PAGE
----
Mistakes, Misfiring and Trident: Britain’s Flawed Nuclear Deterrence

Nuclear weapons are considered the strategic silverware of nation states.  Occasionally, they are given a cleaning and polishing.  From time to time, they go missing, fail to work, and suffer misplacement.  Of late, the UK Royal Navy has not been doing so well in that department, given its seminal role in upholding the doctrine of nuclear deterrence.  In January, an unarmed Trident II D5 nuclear missile fell into the Atlantic Ocean after a bungled launch from a Royal Navy submarine.

The missile’s journey was a distinctly shorter than its originally plotted 6,000 km journey that would have ended in a location somewhere between Africa and Brazil.  In language designed to say nothing yet conceal monumental embarrassment, UK Defence Secretary Grant Shapps called it “an anomaly” while the Labour opposition expressed concern through its shadow defence secretary, John Healey.  An anonymous military source was the most descriptive of all: “It left the submarine but it just went plop, right next to them.”

The anomaly in question, which Shapps witnessed on board the HMS Vanguard, took place off the coast of Florida during a January 30 exercise at the US’s Navy Port site.  Its failure is the second for the missile, which was also tested in 2016 and resulted in its automatic self-destruction after veering off course and heading to the United States.  It was therefore galling for the Defence Secretary to then claim in a written statement to Parliament that Trident was still “the most reliable weapons system in the world”, a claim also reiterated by the missile’s manufacturers, Lockheed Martin.  With a gamey sense of delusion, Shapps continued to argue that the test merely “affirmed the effectiveness of the UK’s nuclear deterrent, in which the government has absolute confidence.  The submarine and crew were successfully certified and will rejoin the operational cycle as planned.”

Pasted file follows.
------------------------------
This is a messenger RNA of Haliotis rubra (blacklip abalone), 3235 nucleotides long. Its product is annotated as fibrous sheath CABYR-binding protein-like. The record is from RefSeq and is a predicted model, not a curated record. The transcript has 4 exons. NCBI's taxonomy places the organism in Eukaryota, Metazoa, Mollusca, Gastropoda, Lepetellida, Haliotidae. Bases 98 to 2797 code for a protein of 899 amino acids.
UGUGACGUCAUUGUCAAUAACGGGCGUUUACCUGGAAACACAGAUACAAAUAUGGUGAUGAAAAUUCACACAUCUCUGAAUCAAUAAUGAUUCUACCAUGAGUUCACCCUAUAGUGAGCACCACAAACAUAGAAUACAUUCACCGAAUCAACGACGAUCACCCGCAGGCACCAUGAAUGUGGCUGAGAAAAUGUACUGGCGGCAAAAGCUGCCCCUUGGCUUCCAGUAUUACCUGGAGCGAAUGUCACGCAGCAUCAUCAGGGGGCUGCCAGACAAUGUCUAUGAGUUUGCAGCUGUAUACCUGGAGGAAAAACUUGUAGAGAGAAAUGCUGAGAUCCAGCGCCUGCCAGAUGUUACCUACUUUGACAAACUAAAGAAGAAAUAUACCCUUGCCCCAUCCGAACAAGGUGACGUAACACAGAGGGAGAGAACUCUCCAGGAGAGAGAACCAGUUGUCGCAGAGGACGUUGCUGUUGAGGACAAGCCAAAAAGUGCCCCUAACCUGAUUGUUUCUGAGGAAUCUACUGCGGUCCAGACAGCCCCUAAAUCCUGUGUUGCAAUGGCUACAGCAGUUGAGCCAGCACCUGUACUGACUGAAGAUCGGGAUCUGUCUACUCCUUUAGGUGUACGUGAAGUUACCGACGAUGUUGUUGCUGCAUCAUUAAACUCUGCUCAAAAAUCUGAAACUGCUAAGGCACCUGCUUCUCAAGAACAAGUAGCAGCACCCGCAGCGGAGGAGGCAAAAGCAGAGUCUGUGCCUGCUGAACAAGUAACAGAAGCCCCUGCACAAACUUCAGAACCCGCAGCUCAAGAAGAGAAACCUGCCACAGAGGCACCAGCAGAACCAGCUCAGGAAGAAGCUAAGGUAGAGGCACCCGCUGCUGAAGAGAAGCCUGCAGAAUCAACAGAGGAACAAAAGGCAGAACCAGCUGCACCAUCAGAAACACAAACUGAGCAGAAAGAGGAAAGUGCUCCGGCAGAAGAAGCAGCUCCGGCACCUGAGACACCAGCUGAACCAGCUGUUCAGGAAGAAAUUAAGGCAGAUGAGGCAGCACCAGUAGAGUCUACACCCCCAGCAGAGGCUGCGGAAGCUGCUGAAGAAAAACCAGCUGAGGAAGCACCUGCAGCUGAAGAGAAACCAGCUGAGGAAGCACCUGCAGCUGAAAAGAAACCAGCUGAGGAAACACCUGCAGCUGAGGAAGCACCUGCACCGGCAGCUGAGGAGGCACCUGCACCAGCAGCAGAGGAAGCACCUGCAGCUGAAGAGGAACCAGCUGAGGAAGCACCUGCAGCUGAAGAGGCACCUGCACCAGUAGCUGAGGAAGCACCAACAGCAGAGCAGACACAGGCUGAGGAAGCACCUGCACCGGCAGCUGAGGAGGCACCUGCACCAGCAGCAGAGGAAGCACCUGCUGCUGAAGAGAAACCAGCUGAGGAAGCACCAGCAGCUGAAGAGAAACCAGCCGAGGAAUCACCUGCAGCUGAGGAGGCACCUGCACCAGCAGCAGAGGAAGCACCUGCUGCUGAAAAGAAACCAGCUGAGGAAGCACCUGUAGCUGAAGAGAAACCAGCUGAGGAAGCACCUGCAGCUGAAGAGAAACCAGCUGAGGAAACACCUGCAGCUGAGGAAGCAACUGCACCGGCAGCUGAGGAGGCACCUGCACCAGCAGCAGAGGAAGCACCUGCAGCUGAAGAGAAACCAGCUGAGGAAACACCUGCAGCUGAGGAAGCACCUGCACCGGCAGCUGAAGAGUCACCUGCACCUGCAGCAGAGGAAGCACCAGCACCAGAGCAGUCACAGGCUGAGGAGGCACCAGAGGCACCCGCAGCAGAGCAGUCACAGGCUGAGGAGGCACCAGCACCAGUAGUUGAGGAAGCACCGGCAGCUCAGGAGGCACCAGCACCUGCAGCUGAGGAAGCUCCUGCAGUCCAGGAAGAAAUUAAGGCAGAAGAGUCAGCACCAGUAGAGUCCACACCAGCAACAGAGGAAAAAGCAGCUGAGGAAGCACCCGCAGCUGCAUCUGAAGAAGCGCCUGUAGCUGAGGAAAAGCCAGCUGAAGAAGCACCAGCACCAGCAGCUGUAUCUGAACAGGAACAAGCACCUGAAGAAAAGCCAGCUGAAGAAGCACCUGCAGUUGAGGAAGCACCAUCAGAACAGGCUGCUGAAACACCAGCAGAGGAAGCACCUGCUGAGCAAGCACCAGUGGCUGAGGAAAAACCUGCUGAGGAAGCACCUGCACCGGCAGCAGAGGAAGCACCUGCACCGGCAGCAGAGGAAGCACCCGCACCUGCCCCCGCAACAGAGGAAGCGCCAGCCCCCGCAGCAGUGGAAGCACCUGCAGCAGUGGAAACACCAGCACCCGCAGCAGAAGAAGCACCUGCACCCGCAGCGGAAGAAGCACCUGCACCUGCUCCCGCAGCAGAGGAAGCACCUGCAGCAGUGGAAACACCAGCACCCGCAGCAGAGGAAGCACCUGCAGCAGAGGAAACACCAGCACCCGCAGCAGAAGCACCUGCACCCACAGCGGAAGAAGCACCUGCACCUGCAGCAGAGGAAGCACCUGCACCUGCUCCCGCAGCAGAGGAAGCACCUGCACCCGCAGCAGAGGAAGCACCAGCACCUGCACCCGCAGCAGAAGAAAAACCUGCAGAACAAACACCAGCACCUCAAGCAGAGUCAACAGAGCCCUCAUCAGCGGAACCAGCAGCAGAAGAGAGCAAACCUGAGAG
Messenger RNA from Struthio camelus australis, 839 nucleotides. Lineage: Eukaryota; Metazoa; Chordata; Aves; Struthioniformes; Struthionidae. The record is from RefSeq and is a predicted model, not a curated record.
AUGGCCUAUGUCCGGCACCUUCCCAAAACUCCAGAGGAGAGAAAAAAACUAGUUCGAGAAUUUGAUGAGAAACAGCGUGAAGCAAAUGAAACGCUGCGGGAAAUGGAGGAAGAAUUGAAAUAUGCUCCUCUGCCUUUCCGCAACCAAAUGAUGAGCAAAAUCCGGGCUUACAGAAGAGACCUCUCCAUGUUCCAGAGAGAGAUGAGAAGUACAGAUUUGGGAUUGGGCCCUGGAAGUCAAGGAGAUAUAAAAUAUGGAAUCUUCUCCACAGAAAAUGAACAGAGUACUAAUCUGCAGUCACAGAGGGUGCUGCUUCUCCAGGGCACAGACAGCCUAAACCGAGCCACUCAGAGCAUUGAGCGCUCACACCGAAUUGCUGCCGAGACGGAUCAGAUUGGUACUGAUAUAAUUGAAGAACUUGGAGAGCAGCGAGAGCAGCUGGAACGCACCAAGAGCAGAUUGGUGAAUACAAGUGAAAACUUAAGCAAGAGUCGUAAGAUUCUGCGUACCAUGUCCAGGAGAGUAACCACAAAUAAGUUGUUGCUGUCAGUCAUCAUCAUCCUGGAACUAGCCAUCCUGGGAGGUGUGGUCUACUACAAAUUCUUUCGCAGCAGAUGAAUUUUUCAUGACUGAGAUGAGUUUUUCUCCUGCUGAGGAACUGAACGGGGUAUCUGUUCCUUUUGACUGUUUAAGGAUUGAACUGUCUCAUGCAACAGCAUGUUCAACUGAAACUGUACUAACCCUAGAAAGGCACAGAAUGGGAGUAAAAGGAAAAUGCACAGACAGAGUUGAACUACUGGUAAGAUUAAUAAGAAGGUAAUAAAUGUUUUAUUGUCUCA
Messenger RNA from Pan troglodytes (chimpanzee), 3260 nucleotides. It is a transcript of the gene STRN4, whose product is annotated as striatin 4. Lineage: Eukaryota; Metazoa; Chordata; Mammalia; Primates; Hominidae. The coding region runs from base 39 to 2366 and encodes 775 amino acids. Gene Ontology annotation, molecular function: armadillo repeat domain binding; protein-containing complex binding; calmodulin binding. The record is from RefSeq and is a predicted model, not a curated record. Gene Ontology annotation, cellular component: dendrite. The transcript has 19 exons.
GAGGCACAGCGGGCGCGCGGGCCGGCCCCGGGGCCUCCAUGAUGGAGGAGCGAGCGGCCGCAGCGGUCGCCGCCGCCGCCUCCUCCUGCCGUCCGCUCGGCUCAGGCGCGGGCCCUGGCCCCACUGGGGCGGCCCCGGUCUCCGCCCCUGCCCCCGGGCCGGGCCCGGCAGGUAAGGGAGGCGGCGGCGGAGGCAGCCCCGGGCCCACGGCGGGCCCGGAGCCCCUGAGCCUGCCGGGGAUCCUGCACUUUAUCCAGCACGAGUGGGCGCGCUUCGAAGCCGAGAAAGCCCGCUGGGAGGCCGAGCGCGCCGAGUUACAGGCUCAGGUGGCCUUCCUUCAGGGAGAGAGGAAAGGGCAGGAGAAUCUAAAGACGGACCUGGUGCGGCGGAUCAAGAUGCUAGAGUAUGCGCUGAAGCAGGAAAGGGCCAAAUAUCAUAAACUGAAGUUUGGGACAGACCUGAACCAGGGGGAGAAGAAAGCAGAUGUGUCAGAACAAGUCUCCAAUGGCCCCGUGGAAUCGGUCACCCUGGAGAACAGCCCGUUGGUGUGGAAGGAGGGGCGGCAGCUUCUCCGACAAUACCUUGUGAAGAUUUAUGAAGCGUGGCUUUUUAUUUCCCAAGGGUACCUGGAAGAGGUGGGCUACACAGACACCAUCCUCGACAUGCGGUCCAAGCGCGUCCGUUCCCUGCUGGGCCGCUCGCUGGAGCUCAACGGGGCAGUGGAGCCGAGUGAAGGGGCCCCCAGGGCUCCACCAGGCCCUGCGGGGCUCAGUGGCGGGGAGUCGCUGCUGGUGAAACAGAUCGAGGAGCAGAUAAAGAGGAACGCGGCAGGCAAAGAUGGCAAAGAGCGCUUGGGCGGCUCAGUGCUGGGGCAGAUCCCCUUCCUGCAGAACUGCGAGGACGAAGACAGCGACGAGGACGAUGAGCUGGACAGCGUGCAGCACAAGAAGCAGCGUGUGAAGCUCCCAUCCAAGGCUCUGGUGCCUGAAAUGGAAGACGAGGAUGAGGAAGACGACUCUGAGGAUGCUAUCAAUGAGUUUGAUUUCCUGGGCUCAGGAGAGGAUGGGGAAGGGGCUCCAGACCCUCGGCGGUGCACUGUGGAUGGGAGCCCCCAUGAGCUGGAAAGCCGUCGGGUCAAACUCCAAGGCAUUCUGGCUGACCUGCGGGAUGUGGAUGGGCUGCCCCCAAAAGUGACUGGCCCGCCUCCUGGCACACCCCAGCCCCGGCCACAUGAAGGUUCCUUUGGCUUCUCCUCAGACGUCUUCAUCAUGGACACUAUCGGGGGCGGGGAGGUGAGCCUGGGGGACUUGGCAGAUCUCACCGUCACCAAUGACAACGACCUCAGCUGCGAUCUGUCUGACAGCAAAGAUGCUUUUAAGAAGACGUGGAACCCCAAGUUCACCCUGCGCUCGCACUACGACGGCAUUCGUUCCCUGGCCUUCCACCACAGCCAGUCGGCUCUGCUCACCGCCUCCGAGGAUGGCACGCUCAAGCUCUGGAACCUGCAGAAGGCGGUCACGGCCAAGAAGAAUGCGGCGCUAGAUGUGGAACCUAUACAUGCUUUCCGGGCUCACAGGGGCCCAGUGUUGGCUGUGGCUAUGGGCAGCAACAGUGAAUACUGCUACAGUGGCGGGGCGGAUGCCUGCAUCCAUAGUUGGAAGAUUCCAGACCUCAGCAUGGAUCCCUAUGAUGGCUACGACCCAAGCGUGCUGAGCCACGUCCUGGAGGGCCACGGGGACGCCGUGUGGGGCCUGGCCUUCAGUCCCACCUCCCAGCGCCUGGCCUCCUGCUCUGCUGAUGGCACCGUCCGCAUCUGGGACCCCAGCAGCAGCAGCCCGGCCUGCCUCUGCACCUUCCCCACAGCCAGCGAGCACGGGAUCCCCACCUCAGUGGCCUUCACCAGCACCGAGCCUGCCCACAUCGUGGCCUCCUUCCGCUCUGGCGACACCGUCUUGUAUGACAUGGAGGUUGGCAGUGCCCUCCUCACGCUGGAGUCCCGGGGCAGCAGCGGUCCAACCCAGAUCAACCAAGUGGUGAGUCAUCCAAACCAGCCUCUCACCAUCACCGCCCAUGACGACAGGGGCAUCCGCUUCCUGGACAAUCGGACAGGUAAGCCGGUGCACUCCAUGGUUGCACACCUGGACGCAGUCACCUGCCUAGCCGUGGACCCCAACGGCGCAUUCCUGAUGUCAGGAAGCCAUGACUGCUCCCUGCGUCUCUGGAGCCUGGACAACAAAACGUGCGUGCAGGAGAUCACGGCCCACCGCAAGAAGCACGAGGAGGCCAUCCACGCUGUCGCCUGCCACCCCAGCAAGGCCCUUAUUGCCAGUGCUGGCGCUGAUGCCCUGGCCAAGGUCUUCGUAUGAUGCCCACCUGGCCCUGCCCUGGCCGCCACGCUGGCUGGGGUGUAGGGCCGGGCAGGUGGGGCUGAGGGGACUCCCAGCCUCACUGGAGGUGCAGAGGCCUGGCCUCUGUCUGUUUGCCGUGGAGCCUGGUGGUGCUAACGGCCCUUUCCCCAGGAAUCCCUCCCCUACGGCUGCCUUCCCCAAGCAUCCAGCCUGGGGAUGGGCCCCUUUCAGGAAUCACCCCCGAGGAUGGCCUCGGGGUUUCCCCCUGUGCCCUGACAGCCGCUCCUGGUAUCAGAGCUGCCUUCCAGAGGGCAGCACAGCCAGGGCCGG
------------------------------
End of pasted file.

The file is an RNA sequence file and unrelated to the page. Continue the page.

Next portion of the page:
Reports of the misfiring were first noted in The Sun, a newspaper otherwise given to bellicose airings and tits-and-bums rhetoric.  “The government has absolute confidence that the UK’s deterrent remains effective, dependable, and formidable,” Shapps insists.  “That is why we are continuing to invest in the next generation of Dreadnought Class ballistic missile submarines, in extending the life of the Trident missile and replacing the warhead, to keep us safe for decades to come.”

This is tickling, if only for reiterating talking points supplied by the Ministry of Defence.  In its statement to The Sun, the MoD expressed much confidence that, “HMAS Vanguard and her crew [had] been fully capable of operating the UK’s Continuous At-Sea Deterrent, passing all tests during a recent demonstration and shakedown operation (DASO) – a routine test to confirm that the submarine can return to service following deep maintenance work.”

In all of this, Shapps comes across as a mock figurine and stuffed effigy, with the MoD the exemplar of wishful thinking.  If nuclear deterrence ever had any reason for existing, it would surely do so on the presumption that the platforms launching the warheads would work.  As David Cullen of the Nuclear Information Service saliently notes, “The whole point of billions we are spending on the nuclear weapons programme is that it supposed to work, and be seen to work, at the prime minister’s command. Without that assurance, the entire endeavour is a failure in its own terms.”

Even at the best of times, deterrence, as a claim, is the stuff of fluffy fiction, astrological flight and fancy. It is unverifiable, speculative, highly presumptuous.  Who is to know if a nuclear weapon will be fired at any point, at any time, against any target, on whatever pretext presents itself?

The madman theory suggests that such a weapon will be deployed, though we are not sure when this might eventuate.  Keeping company with such a theory is the rational, mass murderer type who takes comfort in the prospect that 100 humans might survive a holocaust killing billions.  Shoot and take your chances.  Human stupidity glows with the hope that errors will be healed, and mass crimes palliated.

In actual fact, the true proof of such deterrence would lie in hellish murder: weapons launched, catastrophe ensuing.  Those recording such evidence are bound to be done by coarse skinned mutants with plumbing problems.

The Trident misfiring episode can be seen in one of two ways.  First, it illustrates the point that we are here because of dumb luck, having survived error, misunderstanding and miscommunication.  In the second sense, it yields an uncomfortable reality for the war planners in White Hall: Trident may not work when asked to.

Whether a system fails because of faulty machinery or accident, the problem of misfiring does not go away.  At some point, a misfire with potency will result in deaths, though we can perhaps be assured that Trident may simply fail to live up to the heavy sense of expectation demanded of it.  We can hope it just plops.

Binoy Kampmark was a Commonwealth Scholar at Selwyn College, Cambridge. He lectures at RMIT University, Melbourne. Email: bkampmark@gmail.com. Read other articles by Binoy.